An Open Letter to Congressman Jason Chaffetz

Dear Congressman Chaffetz,

You don’t know me but I am social worker in upstate New York. I am not in your constituency but I am concerned about your remarks on CNN today…


I appreciate that you then attempted to correct yourself but even that fell a little short in my book.

I have spent the last 14 years as a social worker, mostly serving youth and their families. I did work briefly with adults but I have served mostly people who relay on Medicaid, Medicare, and other safety nets like the ACA. People with multiple chronic conditions struggle with many questions about their finances, but I assure you what Iphone they choose is not one of them. That “self-reliance” as you call it is dependent on many factors.

Young people and their families struggle with choices every day…

Do they pay their copay or buy groceries?

Do they not hospitalize their child in an inpatient psychiatric unit because the nearest         one is 45 minutes away?

What do we need to cut so that we don’t become homeless?

I made $5 too many at my job so I lost my Medicaid benefits, what do I do?

How do I report my landlord who is doing shady things but also keep housing?

Not once; not one single time in my 14 years of serving the most vulnerable has someone had to choose between an IPhone and their healthcare. Your statement and even the “correction” is endemic of the GOP view on this population. That poverty comes with this fantastic menu of options. That those with multiple health conditions can just “pick and choose” where their money goes. By continuing to endorse idea’s like “High Risk Pools”, “Health Savings Accounts”, and Tax Breaks; you continue to ignore a huge segment of the population.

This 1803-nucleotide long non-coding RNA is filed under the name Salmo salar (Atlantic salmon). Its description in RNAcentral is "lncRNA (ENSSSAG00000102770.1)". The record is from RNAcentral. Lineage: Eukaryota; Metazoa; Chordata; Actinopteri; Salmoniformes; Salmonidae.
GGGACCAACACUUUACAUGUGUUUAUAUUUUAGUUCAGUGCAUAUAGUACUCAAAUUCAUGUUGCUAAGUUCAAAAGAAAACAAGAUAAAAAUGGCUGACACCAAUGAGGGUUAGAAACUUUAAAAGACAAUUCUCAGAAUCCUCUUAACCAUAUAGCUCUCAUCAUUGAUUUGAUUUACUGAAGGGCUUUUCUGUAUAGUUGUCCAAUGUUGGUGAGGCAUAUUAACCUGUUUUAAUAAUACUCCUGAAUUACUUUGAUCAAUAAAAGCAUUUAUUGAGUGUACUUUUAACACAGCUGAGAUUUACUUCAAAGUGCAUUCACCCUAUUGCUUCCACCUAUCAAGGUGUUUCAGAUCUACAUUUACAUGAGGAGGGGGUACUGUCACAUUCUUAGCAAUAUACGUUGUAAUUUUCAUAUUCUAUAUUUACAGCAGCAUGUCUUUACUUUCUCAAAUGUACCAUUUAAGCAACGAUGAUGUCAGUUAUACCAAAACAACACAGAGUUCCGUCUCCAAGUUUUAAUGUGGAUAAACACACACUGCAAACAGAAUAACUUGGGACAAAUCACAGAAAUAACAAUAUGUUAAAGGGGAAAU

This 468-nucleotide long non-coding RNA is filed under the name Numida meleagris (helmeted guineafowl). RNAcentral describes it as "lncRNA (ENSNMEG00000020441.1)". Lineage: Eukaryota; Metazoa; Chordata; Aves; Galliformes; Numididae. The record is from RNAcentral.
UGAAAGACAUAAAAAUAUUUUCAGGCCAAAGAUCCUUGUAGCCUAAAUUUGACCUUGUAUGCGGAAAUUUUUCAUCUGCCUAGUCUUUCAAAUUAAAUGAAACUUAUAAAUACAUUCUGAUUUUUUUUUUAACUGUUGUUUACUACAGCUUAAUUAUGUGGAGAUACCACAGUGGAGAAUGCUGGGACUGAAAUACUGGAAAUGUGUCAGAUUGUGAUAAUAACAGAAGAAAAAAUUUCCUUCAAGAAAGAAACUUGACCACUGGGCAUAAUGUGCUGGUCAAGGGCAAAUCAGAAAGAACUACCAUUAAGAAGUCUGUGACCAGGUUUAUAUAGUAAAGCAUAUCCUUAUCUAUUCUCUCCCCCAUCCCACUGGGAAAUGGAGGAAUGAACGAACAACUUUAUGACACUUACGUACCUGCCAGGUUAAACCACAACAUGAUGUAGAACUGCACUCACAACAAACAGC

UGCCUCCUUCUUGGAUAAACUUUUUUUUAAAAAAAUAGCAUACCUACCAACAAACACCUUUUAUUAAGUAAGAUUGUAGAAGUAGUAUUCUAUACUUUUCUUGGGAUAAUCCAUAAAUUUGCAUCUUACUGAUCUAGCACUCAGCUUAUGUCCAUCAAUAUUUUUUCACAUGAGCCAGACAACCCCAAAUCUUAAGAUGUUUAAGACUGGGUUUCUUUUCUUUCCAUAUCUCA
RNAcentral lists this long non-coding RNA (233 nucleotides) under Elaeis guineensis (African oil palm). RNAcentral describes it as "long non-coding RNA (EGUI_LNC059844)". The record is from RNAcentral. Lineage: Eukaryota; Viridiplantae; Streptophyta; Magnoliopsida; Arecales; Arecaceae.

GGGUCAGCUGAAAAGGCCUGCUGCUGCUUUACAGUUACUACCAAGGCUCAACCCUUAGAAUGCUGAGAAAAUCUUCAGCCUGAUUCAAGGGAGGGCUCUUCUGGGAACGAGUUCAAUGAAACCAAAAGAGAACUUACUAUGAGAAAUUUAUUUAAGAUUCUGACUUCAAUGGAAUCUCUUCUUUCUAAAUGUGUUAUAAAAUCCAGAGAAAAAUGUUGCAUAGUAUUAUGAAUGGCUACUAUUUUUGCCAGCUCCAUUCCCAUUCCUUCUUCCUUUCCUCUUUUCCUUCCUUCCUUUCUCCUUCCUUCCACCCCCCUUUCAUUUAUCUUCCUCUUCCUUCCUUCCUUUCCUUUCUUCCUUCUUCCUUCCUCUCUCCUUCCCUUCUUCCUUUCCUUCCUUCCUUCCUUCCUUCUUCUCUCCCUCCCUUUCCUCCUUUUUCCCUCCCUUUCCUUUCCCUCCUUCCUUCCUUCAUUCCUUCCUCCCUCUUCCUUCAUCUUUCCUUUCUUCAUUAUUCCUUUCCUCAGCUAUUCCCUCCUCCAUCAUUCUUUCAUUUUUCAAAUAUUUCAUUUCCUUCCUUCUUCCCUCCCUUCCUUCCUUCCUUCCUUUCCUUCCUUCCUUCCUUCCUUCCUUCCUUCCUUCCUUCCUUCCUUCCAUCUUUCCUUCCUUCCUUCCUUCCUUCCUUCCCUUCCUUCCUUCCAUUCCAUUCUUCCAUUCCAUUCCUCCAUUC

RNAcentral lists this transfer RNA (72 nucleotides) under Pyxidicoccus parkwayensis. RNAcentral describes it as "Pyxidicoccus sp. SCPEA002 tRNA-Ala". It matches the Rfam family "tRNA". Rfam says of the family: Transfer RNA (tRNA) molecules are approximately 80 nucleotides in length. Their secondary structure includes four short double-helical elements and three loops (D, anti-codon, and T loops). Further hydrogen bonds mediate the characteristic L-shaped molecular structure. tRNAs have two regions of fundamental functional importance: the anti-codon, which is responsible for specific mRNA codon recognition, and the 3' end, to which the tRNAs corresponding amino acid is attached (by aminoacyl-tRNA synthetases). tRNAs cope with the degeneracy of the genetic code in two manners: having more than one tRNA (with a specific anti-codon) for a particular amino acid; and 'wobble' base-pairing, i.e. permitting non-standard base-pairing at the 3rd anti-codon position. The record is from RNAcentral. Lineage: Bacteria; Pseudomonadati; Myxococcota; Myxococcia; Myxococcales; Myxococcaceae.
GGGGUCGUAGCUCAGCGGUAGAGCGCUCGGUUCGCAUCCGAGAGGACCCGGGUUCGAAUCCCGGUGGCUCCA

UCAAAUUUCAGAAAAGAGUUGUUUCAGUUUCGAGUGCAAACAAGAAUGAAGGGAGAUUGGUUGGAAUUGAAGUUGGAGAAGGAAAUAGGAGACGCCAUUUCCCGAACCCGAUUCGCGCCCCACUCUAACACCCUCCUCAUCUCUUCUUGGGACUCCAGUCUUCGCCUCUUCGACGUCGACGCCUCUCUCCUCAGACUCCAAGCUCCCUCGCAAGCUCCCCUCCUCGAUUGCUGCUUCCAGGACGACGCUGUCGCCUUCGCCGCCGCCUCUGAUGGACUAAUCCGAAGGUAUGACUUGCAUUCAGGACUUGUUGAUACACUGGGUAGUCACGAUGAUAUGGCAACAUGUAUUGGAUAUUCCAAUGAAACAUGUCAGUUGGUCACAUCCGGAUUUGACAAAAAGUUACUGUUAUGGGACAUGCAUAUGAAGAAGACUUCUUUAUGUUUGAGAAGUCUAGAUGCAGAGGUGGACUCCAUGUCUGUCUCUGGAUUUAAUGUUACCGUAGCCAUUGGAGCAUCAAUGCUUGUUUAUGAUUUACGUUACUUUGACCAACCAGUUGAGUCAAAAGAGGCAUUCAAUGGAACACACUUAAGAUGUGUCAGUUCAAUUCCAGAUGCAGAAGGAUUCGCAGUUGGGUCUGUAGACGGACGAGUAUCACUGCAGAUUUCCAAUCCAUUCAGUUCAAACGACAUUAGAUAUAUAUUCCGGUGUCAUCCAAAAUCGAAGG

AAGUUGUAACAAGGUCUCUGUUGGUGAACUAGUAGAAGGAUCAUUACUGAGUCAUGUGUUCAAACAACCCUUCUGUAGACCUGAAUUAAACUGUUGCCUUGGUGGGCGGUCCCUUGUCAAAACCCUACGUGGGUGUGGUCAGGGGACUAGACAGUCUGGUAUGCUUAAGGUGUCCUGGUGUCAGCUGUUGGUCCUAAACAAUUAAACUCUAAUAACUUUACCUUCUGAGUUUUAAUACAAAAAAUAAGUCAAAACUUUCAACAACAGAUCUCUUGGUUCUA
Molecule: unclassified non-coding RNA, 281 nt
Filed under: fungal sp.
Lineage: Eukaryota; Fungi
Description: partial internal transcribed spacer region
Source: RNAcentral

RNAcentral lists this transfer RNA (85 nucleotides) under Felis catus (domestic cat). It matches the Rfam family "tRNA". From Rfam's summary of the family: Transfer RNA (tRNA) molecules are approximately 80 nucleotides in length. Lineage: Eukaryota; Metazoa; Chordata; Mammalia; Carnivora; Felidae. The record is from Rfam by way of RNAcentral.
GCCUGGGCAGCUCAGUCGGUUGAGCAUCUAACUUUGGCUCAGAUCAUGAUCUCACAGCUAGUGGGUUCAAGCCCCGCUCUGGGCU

Healthcare costs that are often so astronomical, the price of their cell phone is the least of their worries. That basic needs like food, clothing, and shelter are a daily struggle. That finding transportation and childcare come with multiple barriers. That people have access to mental health care that helps them get out of bed to begin with.

I understand Obamacare is not perfect. My fear is what any GOP replacement means to those on the borders of the poverty level; too those with multiple and/or chronic health conditions. My hope is that you and others in the GOP listen to this segment of the population. Also understand that their choices are much more complex than how they are going to pay for their IPhone.


Net Neutrality and The Under-Served?

The election of Donald Trump as President has increased an understanding in issues that I did not really care about nor grasp before. Net Neutrality is one of them. The Wikipedia definition of “Net Neutrality” is as follows…

Net neutrality is the principle that Internet service providers and governments regulating the Internet should treat all data on the Internet the same, not discriminating or charging differentially by user, content, website, platform, application, type of attached equipment, or mode of communication. The term was coined by Columbia University media law professor Tim Wu in 2003, as an extension of the longstanding concept of a common carrier, which was used to describe the role of telephone systems.